• The Point Reyes Beach as viewed from the Point Reyes Headlands

    Point Reyes

    National Seashore California

Pacific Coast Science and Learning Center Newsletters

Pacific Coast Science and Learning Center Newsletters

Parks for Science, Issue 8, Spring 2011 (651 KB PDF)
Topics: Climate Change: Where Will Our Beaches and Coastal Wetlands Go?; Dune Restoration at the Point Reyes Headlands; Featured Resource: Endangered Black Abalone; Rocky Intertidal Monitoring on Alcatraz; Habitat Maps Give a New Window into the Deep; New Park Science Website www.sfnps.org; Engaging Park Visitors in Coastal Resources

Parks for Science, Issue 7, Spring 2010 (681 KB PDF)
Topics: Project Aims to Double Salmon Habitat; Creek Flows Freely Again; Uncovering People and Plants; Traditional Ecological Knowledge Guides NPS; Putting Down Sustainable Roots; Redwood Creek Restoration at Muir Beach; My Science Communication Internship by Elaine Albertson

Parks for Science, Issue 6, Fall 2008 (609 KB PDF)
Topics: In Search of the Great White Shark; Sea Change in Tomales Bay: The Giacomini Wetlands Restoration; Coho Salmon Monitoring in Redwood Creek; An Internship at Point Reyes National Seashore; Status of Redwood Creek Coho Salmon; Coastal Biophysical Inventory; Pacific Coast Science and Learning Center (PCLSC) Partners with Universities; Point Reyes Home to New Species of Lichen; Newsletter Subscription; Internships

Parks for Science, Issue 5, Spring 2007 (705 KB PDF)
Topics: Keeping Track of Elephant Seals at Point Reyes National Seashore; Working Together Against Weeds; Pacific Railroad Surveys: Roots of the San Francisco Bay Area Inventory and Monitoring Program; New Research Projects at Point Reyes National Seashore; Protect the Snowy Plover And Conserve Our Seashore; Volunteer Resources; Internships

Parks for Science, Issue 4, Fall 2006 (266 KB PDF)
Topics: Global Climate Change and the Western National Parks; Weed Watcher Invasive Plant Early Detection Volunteer Program; Raptor Monitoring at Pinnacles National Monument; Pacific Coast Science and Learning Center's Grant Recipients for 2006; Giant Underwater Sand Waves Revealed for the First Time Ever, Submerged between Ocean Beach and Marin Headlands, Golden Gate National Recreational Area; My College Internship at Point Reyes National Seashore, by Adrienne Barrett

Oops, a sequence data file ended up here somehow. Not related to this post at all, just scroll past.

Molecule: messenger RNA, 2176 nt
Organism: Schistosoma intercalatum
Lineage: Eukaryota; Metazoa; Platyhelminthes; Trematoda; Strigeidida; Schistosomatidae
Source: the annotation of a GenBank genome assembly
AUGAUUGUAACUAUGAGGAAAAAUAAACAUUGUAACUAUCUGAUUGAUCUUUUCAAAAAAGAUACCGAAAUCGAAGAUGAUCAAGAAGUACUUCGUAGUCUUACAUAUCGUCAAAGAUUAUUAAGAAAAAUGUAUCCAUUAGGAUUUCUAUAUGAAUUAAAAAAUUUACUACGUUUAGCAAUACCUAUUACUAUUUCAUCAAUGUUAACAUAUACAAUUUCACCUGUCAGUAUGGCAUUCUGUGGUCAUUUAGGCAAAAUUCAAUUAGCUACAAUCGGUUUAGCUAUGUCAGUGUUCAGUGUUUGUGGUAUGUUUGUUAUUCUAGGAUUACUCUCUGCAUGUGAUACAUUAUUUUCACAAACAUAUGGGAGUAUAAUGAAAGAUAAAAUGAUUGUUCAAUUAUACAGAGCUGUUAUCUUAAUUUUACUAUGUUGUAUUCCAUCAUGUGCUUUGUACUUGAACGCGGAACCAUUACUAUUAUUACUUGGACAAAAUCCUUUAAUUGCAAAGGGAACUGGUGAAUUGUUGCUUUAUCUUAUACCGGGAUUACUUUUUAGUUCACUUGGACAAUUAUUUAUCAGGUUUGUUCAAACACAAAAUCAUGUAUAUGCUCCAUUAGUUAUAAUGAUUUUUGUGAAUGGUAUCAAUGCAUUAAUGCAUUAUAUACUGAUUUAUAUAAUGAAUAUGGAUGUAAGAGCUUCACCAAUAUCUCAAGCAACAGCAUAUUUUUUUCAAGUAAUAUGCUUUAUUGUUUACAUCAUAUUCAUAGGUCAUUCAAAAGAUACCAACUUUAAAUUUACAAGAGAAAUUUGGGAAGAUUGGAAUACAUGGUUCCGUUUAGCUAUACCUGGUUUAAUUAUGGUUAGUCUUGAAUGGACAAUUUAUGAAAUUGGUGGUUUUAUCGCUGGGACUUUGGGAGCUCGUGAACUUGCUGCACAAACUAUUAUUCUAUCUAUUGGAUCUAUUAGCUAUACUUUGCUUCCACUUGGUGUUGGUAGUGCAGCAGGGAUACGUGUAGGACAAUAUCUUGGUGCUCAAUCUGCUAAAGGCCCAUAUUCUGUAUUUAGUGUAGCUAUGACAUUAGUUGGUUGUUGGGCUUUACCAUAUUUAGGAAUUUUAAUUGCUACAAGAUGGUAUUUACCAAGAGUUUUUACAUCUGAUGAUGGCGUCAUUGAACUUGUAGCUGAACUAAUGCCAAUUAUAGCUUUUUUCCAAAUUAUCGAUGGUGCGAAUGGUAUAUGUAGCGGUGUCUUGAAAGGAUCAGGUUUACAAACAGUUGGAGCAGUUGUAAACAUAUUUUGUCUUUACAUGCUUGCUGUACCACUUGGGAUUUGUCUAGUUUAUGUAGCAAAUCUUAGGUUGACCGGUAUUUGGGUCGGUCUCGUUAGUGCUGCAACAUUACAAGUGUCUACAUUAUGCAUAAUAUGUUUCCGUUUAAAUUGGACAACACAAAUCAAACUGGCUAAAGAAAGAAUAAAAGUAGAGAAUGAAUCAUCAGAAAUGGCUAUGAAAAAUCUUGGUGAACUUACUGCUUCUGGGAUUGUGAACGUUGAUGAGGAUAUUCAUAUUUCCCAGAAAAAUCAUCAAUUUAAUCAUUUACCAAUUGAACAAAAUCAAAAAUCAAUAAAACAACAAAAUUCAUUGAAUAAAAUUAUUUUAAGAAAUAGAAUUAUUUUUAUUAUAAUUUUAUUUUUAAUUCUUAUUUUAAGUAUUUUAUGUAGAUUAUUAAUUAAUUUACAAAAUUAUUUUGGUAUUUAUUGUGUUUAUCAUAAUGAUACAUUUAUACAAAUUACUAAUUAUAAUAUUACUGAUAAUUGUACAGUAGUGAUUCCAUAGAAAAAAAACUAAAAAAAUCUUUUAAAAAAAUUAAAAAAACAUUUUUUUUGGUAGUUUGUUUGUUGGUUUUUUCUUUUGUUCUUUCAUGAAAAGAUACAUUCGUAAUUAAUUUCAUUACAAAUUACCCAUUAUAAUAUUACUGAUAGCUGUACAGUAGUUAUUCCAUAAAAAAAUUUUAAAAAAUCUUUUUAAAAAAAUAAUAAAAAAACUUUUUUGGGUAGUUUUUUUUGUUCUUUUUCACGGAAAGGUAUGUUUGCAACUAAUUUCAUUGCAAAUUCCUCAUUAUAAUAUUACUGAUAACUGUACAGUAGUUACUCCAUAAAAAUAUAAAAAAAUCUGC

Coastal Science Review, Issue 3, Fall 2005 (675 KB PDF)
Topics: Tomales Bay Biodiversity Inventory Update: Tomales Bay Species Diversity, Didemnum lahillei, Nebalia kensleyi, Coastal Biophysical Inventory Nears Completion; Pacific Coast Science and Learning Center Works with Tomales High School Mapping Project; Monitoring Northern Spotted Owls in Marin County; Partnering Education and Science To Save Threatened Species; Harbor Seal Monitoring Update; Soundscape Monitoring Project; Bighorn Sheep Survival Requires Volunteer Help; Global Climate Modeling Research at Point Reyes National Seashore; Volunteer and Docent Opportunities

Coastal Science Review, Issue 2, Summer 2004 (687 KB PDF)
Topics: Tomales Bay Biodiversity Partnership Updates: "Bio-Quests," New Partnership to Develop Water Quality Database, New Species in the Bay, Update on Didemnum vexillum, Loon Research Project Expands to Tomales Bay, Statewide Assessment of Harbor Seals; Training Future Scientists: Homeschool Students Assist with Intertidal Monitoring, College Intern Gains Hands-On Experience, "Summer Science Seminar" for High School Students; Coastal Air Quality; Tomales Bay Biodiversity Partnership Updates: Algae and Invertebrate Inventories Summer 2004, Native Oyster Restoration Project by UC Davis and Bodega Marine Lab

Coastal Science Review, Issue 1, Fall 2003 (736 KB PDF)
Topics: Tomales Bay Biodiversity Partnership; Tomales Bay Biodiversity Projects: Algae Inventory, Fish Inventory, Ascidian Workshop, Bird Inventory, Lichen Inventory, Environmental History of Tomales Bay; Marine Biodiversity Database; Involving Students in Biodiversity: Environmental Marine Science Magnet School, Science Immersion for High School Students, Biological Science Aids; Tomales Bay Species Composition; Partnerships; Pacific Coast Science Learning Center

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Did You Know?

Humboldt Squid. © Monterey Bay Aquarium Research Institute.

Historically, the Humboldt squid were seldom found further north than Baja California. The squid then came north en masse during the 1997/98 El Nino and have maintained a fairly regular presence in the waters off of northern and central California--including Point Reyes--ever since. More...